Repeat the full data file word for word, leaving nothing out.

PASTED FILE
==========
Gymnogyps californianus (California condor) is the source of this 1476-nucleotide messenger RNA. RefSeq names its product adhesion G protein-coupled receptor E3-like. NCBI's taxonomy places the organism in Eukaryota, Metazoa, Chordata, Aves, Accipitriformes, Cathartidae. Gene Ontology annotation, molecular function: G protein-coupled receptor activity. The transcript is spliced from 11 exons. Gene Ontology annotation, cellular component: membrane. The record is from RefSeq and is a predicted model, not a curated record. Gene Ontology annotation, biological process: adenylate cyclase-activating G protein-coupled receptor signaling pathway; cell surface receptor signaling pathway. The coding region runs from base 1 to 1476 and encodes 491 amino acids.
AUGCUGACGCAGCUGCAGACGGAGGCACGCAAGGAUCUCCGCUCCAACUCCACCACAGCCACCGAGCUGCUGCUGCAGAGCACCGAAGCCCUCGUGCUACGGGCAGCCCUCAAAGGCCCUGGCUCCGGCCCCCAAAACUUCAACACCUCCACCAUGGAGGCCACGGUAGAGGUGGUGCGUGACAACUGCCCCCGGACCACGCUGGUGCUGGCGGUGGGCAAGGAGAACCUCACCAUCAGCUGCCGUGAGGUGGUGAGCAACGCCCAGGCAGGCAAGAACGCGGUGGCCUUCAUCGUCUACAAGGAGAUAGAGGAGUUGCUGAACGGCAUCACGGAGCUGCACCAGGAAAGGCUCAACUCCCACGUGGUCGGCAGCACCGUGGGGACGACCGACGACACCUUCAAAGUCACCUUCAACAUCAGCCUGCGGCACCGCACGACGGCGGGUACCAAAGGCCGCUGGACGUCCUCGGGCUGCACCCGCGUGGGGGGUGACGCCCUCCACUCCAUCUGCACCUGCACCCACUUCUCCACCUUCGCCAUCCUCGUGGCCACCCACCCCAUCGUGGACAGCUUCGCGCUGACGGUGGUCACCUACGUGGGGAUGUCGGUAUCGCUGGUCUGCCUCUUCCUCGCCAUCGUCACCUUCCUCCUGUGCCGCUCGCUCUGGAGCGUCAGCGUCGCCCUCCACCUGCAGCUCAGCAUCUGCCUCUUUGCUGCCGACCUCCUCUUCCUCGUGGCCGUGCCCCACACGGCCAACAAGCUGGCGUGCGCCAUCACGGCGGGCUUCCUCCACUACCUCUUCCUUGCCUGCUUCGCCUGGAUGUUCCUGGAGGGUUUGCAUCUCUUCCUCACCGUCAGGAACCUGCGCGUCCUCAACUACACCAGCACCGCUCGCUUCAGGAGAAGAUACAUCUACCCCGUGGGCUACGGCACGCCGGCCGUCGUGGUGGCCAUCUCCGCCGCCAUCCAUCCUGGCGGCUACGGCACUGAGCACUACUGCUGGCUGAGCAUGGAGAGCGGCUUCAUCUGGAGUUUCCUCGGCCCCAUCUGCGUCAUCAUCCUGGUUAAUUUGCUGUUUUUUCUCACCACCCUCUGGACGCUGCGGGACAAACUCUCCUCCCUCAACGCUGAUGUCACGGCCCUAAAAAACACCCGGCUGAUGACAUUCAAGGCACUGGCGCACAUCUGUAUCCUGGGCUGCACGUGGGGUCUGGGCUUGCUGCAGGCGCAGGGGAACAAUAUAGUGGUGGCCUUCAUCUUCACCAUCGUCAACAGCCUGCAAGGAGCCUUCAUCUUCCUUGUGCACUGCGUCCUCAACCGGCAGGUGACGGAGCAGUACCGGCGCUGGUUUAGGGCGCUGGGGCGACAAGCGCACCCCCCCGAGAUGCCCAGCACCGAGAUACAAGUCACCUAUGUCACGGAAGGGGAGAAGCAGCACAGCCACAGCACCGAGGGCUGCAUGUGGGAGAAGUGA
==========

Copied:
Gymnogyps californianus (California condor) is the source of this 1476-nucleotide messenger RNA. RefSeq names its product adhesion G protein-coupled receptor E3-like. NCBI's taxonomy places the organism in Eukaryota, Metazoa, Chordata, Aves, Accipitriformes, Cathartidae. Gene Ontology annotation, molecular function: G protein-coupled receptor activity. The transcript is spliced from 11 exons. Gene Ontology annotation, cellular component: membrane. The record is from RefSeq and is a predicted model, not a curated record. Gene Ontology annotation, biological process: adenylate cyclase-activating G protein-coupled receptor signaling pathway; cell surface receptor signaling pathway. The coding region runs from base 1 to 1476 and encodes 491 amino acids.
AUGCUGACGCAGCUGCAGACGGAGGCACGCAAGGAUCUCCGCUCCAACUCCACCACAGCCACCGAGCUGCUGCUGCAGAGCACCGAAGCCCUCGUGCUACGGGCAGCCCUCAAAGGCCCUGGCUCCGGCCCCCAAAACUUCAACACCUCCACCAUGGAGGCCACGGUAGAGGUGGUGCGUGACAACUGCCCCCGGACCACGCUGGUGCUGGCGGUGGGCAAGGAGAACCUCACCAUCAGCUGCCGUGAGGUGGUGAGCAACGCCCAGGCAGGCAAGAACGCGGUGGCCUUCAUCGUCUACAAGGAGAUAGAGGAGUUGCUGAACGGCAUCACGGAGCUGCACCAGGAAAGGCUCAACUCCCACGUGGUCGGCAGCACCGUGGGGACGACCGACGACACCUUCAAAGUCACCUUCAACAUCAGCCUGCGGCACCGCACGACGGCGGGUACCAAAGGCCGCUGGACGUCCUCGGGCUGCACCCGCGUGGGGGGUGACGCCCUCCACUCCAUCUGCACCUGCACCCACUUCUCCACCUUCGCCAUCCUCGUGGCCACCCACCCCAUCGUGGACAGCUUCGCGCUGACGGUGGUCACCUACGUGGGGAUGUCGGUAUCGCUGGUCUGCCUCUUCCUCGCCAUCGUCACCUUCCUCCUGUGCCGCUCGCUCUGGAGCGUCAGCGUCGCCCUCCACCUGCAGCUCAGCAUCUGCCUCUUUGCUGCCGACCUCCUCUUCCUCGUGGCCGUGCCCCACACGGCCAACAAGCUGGCGUGCGCCAUCACGGCGGGCUUCCUCCACUACCUCUUCCUUGCCUGCUUCGCCUGGAUGUUCCUGGAGGGUUUGCAUCUCUUCCUCACCGUCAGGAACCUGCGCGUCCUCAACUACACCAGCACCGCUCGCUUCAGGAGAAGAUACAUCUACCCCGUGGGCUACGGCACGCCGGCCGUCGUGGUGGCCAUCUCCGCCGCCAUCCAUCCUGGCGGCUACGGCACUGAGCACUACUGCUGGCUGAGCAUGGAGAGCGGCUUCAUCUGGAGUUUCCUCGGCCCCAUCUGCGUCAUCAUCCUGGUUAAUUUGCUGUUUUUUCUCACCACCCUCUGGACGCUGCGGGACAAACUCUCCUCCCUCAACGCUGAUGUCACGGCCCUAAAAAACACCCGGCUGAUGACAUUCAAGGCACUGGCGCACAUCUGUAUCCUGGGCUGCACGUGGGGUCUGGGCUUGCUGCAGGCGCAGGGGAACAAUAUAGUGGUGGCCUUCAUCUUCACCAUCGUCAACAGCCUGCAAGGAGCCUUCAUCUUCCUUGUGCACUGCGUCCUCAACCGGCAGGUGACGGAGCAGUACCGGCGCUGGUUUAGGGCGCUGGGGCGACAAGCGCACCCCCCCGAGAUGCCCAGCACCGAGAUACAAGUCACCUAUGUCACGGAAGGGGAGAAGCAGCACAGCCACAGCACCGAGGGCUGCAUGUGGGAGAAGUGA